News Release 15-015
Funding cutting-edge, collaborative research
NSF announces newest awards for Material Research Science and Engineering Centers
This material is available primarily for archival purposes. Telephone numbers or other contact information may be out of date; please see current contact information at media contacts.
MRSECs provide a uniquely collaborative environment where some of the most transformational research is able to occur. In this case, research by a team from Harvard University that included physicists, mathematicians, chemists and biologists examined the formation of biofilms in B. subtilis, a type of rod-shaped bacteria often found in soil. Results from the study discovered how bacterial biofilms expand to form slimy mats on teeth, pipes, surgical instruments and crops, causing tooth decay, hospital infections, agricultural damage and corrosion. The project established a link between the phenotype--the physically observable traits of biofilm growth--and the genetic underpinning that allows spreading to happen in B. subtilis.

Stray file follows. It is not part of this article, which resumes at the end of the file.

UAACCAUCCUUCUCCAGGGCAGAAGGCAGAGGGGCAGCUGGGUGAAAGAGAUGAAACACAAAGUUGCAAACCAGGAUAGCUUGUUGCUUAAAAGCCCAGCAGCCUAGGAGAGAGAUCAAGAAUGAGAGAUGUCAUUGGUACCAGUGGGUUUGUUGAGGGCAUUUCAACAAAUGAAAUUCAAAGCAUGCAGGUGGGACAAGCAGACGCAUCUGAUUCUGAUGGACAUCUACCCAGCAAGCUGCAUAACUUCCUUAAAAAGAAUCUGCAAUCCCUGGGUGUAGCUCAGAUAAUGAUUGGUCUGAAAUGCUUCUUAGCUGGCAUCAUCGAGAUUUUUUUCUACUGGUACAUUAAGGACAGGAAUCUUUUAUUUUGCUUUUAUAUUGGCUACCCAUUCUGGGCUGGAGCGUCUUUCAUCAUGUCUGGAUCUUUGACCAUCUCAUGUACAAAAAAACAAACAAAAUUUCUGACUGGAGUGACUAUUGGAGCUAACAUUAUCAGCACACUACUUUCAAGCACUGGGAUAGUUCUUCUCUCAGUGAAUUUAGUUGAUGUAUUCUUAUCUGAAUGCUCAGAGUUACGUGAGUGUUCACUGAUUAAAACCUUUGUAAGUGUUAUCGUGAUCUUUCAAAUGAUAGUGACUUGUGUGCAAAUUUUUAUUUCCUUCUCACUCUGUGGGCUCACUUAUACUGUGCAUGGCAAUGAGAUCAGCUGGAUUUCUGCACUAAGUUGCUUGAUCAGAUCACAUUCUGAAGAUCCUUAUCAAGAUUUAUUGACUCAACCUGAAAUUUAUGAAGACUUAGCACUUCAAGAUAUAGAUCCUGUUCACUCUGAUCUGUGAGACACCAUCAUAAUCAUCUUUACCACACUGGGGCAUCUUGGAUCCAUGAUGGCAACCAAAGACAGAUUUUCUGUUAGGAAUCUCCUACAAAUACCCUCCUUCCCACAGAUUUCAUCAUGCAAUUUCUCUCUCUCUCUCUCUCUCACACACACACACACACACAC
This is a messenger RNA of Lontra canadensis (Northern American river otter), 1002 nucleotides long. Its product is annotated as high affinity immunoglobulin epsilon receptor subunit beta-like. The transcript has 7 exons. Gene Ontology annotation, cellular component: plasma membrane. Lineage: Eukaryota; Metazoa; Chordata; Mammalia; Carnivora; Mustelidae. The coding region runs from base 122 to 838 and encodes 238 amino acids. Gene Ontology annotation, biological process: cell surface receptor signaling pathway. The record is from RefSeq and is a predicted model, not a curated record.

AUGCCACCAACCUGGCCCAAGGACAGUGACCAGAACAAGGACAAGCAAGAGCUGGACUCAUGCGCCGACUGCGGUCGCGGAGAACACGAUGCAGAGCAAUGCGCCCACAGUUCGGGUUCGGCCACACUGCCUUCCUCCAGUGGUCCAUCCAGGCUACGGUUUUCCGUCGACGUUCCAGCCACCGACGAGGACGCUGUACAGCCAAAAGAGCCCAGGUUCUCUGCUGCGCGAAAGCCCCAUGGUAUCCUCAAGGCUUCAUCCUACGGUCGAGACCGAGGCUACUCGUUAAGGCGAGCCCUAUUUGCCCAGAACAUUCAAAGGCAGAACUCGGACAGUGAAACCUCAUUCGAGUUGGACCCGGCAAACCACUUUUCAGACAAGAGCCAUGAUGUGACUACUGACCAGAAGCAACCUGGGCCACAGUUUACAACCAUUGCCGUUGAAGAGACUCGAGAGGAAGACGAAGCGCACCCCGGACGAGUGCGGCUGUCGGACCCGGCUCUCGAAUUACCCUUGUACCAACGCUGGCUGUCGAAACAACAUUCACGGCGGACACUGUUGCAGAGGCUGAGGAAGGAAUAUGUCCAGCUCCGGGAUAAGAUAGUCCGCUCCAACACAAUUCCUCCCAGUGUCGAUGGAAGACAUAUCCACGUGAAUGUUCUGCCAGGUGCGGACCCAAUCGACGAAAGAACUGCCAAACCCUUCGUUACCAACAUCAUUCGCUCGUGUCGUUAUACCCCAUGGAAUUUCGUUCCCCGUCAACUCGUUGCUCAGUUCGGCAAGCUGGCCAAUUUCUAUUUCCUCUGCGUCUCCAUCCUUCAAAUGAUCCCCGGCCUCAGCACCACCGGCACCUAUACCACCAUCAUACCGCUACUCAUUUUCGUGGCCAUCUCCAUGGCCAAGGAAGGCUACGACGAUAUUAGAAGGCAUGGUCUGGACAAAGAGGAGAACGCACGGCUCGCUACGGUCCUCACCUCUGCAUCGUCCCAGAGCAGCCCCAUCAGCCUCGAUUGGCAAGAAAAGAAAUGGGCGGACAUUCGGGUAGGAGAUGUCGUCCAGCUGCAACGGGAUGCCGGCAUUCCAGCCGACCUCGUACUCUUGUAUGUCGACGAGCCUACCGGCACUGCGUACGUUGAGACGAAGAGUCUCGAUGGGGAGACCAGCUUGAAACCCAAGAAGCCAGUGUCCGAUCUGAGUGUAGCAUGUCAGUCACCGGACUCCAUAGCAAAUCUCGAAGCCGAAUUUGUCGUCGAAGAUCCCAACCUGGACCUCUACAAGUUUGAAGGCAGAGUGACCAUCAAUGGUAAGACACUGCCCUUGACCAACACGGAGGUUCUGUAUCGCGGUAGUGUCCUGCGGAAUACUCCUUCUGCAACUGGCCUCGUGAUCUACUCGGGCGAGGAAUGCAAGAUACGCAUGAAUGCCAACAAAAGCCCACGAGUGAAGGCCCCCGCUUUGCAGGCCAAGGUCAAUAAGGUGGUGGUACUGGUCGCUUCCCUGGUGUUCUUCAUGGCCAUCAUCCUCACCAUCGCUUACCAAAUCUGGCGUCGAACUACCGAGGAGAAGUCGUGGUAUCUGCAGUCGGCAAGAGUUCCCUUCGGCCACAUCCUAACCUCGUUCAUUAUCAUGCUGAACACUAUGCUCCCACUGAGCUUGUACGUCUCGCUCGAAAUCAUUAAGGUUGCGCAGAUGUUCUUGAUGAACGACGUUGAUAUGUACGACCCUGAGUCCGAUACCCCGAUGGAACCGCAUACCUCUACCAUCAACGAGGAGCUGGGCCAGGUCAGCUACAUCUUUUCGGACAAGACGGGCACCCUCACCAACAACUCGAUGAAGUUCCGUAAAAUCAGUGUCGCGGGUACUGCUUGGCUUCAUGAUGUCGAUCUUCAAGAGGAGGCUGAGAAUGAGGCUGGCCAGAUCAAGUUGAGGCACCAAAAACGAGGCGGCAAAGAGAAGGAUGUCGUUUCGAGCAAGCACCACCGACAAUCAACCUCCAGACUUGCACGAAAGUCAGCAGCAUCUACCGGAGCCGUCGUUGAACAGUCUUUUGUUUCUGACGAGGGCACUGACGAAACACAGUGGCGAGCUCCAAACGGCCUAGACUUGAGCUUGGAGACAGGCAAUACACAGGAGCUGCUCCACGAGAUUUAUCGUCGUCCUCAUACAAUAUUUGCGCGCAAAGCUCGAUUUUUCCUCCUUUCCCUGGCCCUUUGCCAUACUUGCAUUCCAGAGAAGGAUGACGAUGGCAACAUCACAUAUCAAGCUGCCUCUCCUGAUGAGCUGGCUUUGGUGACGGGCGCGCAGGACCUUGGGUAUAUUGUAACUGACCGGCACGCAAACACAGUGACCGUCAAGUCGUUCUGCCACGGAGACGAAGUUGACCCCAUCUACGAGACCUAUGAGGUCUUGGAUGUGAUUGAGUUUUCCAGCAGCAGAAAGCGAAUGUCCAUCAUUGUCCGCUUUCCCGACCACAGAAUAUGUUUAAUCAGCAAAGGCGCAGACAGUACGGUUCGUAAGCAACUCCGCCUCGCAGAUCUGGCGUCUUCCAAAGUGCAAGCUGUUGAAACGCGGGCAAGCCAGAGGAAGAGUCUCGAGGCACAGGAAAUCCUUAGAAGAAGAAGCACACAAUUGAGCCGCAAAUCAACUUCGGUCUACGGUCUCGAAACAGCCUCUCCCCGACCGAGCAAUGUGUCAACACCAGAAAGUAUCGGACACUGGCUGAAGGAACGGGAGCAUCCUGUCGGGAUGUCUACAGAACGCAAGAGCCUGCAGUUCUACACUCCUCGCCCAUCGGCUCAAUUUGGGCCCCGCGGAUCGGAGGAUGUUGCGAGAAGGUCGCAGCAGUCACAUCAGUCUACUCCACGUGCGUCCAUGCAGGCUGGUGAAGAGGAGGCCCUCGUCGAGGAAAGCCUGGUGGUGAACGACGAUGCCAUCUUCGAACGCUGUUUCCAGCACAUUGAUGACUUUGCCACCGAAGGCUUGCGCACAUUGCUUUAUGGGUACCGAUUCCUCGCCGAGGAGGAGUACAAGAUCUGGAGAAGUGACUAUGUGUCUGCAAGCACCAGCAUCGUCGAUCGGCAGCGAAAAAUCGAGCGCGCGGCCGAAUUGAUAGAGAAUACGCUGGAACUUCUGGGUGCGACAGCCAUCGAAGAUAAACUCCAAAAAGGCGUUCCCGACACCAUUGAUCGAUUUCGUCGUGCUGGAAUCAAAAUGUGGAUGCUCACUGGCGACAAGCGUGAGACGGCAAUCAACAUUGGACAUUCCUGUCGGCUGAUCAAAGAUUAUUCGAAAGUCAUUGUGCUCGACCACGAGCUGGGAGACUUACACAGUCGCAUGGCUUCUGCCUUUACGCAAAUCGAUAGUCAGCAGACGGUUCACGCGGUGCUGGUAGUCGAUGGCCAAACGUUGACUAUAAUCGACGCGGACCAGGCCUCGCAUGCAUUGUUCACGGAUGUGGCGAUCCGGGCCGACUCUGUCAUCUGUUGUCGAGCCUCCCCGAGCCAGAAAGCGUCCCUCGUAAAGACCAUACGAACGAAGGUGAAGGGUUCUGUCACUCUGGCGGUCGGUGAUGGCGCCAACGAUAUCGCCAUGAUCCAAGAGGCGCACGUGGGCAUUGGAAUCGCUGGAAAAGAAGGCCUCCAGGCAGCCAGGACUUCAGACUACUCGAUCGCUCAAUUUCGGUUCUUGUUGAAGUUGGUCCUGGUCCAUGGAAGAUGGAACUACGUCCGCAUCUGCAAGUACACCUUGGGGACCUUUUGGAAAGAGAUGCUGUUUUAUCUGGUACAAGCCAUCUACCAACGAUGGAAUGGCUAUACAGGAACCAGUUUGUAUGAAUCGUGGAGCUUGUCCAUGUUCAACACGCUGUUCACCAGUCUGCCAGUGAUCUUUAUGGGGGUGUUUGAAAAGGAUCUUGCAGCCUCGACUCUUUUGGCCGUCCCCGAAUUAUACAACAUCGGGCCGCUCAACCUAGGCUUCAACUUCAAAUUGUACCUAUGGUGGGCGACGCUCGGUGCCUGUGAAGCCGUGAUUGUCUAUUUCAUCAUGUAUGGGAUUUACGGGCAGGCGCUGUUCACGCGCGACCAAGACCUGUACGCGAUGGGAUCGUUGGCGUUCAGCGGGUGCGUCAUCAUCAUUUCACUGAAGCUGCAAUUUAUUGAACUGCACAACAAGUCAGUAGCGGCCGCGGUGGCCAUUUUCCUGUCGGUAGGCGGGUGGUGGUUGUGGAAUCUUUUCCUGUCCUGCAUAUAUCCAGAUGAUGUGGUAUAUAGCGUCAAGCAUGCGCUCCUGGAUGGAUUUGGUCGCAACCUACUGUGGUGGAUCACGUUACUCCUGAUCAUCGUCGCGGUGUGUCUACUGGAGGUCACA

Credit: Hera Vlamakis, Harvard University Medical School
Download the high-resolution JPG version of the image. (755.4 KB)
Use your mouse to right-click (Mac users may need to Ctrl-click) the link above and choose the option that will save the file or target to your computer.